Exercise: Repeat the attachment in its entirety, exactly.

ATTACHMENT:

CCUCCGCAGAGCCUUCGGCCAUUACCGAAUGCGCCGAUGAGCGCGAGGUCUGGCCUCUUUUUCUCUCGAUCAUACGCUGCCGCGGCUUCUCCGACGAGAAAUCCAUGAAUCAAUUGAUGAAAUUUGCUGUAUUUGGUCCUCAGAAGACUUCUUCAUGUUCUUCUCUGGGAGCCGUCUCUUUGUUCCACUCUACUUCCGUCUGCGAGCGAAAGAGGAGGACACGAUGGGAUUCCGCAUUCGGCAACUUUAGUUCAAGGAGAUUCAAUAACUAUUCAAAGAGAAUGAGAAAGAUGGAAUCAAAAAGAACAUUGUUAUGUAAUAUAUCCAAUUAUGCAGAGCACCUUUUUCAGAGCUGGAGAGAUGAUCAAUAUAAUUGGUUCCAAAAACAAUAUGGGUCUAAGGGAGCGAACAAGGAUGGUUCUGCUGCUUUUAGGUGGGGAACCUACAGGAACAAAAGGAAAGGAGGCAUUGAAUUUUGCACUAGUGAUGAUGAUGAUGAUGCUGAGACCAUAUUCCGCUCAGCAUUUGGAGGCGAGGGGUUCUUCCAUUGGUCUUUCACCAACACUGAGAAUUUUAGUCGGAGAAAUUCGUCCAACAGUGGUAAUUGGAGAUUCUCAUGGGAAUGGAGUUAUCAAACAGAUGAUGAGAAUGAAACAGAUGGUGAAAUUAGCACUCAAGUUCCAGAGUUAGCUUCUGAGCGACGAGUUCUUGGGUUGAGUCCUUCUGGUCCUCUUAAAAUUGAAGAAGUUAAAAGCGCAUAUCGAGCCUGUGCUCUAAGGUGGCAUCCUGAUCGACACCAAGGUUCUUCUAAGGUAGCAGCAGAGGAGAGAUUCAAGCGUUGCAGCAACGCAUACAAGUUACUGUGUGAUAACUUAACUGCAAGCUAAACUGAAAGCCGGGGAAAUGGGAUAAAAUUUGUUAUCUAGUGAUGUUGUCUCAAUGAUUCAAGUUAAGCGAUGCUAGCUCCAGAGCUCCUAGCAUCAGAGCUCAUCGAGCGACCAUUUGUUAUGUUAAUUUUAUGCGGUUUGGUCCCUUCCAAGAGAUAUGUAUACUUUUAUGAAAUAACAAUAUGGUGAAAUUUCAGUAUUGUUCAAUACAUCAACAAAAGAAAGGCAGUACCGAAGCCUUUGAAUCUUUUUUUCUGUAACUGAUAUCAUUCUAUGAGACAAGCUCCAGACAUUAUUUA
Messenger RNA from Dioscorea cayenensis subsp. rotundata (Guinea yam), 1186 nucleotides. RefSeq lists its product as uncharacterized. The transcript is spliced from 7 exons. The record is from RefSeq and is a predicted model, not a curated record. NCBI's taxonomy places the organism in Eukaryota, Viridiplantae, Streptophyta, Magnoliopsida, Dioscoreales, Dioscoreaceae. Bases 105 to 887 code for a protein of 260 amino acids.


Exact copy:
CCUCCGCAGAGCCUUCGGCCAUUACCGAAUGCGCCGAUGAGCGCGAGGUCUGGCCUCUUUUUCUCUCGAUCAUACGCUGCCGCGGCUUCUCCGACGAGAAAUCCAUGAAUCAAUUGAUGAAAUUUGCUGUAUUUGGUCCUCAGAAGACUUCUUCAUGUUCUUCUCUGGGAGCCGUCUCUUUGUUCCACUCUACUUCCGUCUGCGAGCGAAAGAGGAGGACACGAUGGGAUUCCGCAUUCGGCAACUUUAGUUCAAGGAGAUUCAAUAACUAUUCAAAGAGAAUGAGAAAGAUGGAAUCAAAAAGAACAUUGUUAUGUAAUAUAUCCAAUUAUGCAGAGCACCUUUUUCAGAGCUGGAGAGAUGAUCAAUAUAAUUGGUUCCAAAAACAAUAUGGGUCUAAGGGAGCGAACAAGGAUGGUUCUGCUGCUUUUAGGUGGGGAACCUACAGGAACAAAAGGAAAGGAGGCAUUGAAUUUUGCACUAGUGAUGAUGAUGAUGAUGCUGAGACCAUAUUCCGCUCAGCAUUUGGAGGCGAGGGGUUCUUCCAUUGGUCUUUCACCAACACUGAGAAUUUUAGUCGGAGAAAUUCGUCCAACAGUGGUAAUUGGAGAUUCUCAUGGGAAUGGAGUUAUCAAACAGAUGAUGAGAAUGAAACAGAUGGUGAAAUUAGCACUCAAGUUCCAGAGUUAGCUUCUGAGCGACGAGUUCUUGGGUUGAGUCCUUCUGGUCCUCUUAAAAUUGAAGAAGUUAAAAGCGCAUAUCGAGCCUGUGCUCUAAGGUGGCAUCCUGAUCGACACCAAGGUUCUUCUAAGGUAGCAGCAGAGGAGAGAUUCAAGCGUUGCAGCAACGCAUACAAGUUACUGUGUGAUAACUUAACUGCAAGCUAAACUGAAAGCCGGGGAAAUGGGAUAAAAUUUGUUAUCUAGUGAUGUUGUCUCAAUGAUUCAAGUUAAGCGAUGCUAGCUCCAGAGCUCCUAGCAUCAGAGCUCAUCGAGCGACCAUUUGUUAUGUUAAUUUUAUGCGGUUUGGUCCCUUCCAAGAGAUAUGUAUACUUUUAUGAAAUAACAAUAUGGUGAAAUUUCAGUAUUGUUCAAUACAUCAACAAAAGAAAGGCAGUACCGAAGCCUUUGAAUCUUUUUUUCUGUAACUGAUAUCAUUCUAUGAGACAAGCUCCAGACAUUAUUUA
Messenger RNA from Dioscorea cayenensis subsp. rotundata (Guinea yam), 1186 nucleotides. RefSeq lists its product as uncharacterized. The transcript is spliced from 7 exons. The record is from RefSeq and is a predicted model, not a curated record. NCBI's taxonomy places the organism in Eukaryota, Viridiplantae, Streptophyta, Magnoliopsida, Dioscoreales, Dioscoreaceae. Bases 105 to 887 code for a protein of 260 amino acids.